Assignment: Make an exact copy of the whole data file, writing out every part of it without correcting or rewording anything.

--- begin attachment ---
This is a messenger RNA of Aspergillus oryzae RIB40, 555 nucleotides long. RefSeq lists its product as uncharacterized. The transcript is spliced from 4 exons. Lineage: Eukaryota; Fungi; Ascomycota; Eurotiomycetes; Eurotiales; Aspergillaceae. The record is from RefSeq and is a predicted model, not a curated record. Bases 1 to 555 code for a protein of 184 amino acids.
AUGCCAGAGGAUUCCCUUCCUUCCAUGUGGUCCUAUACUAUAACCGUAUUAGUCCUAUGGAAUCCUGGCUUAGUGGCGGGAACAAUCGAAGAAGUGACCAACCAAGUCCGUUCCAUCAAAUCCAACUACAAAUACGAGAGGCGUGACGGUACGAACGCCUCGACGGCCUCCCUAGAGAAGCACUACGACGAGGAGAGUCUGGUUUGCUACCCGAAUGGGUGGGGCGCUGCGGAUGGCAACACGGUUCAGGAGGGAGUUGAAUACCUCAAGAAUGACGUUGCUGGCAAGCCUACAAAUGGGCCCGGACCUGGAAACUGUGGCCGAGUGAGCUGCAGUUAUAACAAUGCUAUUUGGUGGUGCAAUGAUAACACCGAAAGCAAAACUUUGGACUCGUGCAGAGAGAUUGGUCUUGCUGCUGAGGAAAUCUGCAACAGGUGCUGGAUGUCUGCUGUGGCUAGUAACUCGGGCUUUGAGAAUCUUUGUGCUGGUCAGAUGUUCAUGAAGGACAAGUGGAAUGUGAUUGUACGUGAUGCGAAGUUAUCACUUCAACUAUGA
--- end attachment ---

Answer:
This is a messenger RNA of Aspergillus oryzae RIB40, 555 nucleotides long. RefSeq lists its product as uncharacterized. The transcript is spliced from 4 exons. Lineage: Eukaryota; Fungi; Ascomycota; Eurotiomycetes; Eurotiales; Aspergillaceae. The record is from RefSeq and is a predicted model, not a curated record. Bases 1 to 555 code for a protein of 184 amino acids.
AUGCCAGAGGAUUCCCUUCCUUCCAUGUGGUCCUAUACUAUAACCGUAUUAGUCCUAUGGAAUCCUGGCUUAGUGGCGGGAACAAUCGAAGAAGUGACCAACCAAGUCCGUUCCAUCAAAUCCAACUACAAAUACGAGAGGCGUGACGGUACGAACGCCUCGACGGCCUCCCUAGAGAAGCACUACGACGAGGAGAGUCUGGUUUGCUACCCGAAUGGGUGGGGCGCUGCGGAUGGCAACACGGUUCAGGAGGGAGUUGAAUACCUCAAGAAUGACGUUGCUGGCAAGCCUACAAAUGGGCCCGGACCUGGAAACUGUGGCCGAGUGAGCUGCAGUUAUAACAAUGCUAUUUGGUGGUGCAAUGAUAACACCGAAAGCAAAACUUUGGACUCGUGCAGAGAGAUUGGUCUUGCUGCUGAGGAAAUCUGCAACAGGUGCUGGAUGUCUGCUGUGGCUAGUAACUCGGGCUUUGAGAAUCUUUGUGCUGGUCAGAUGUUCAUGAAGGACAAGUGGAAUGUGAUUGUACGUGAUGCGAAGUUAUCACUUCAACUAUGA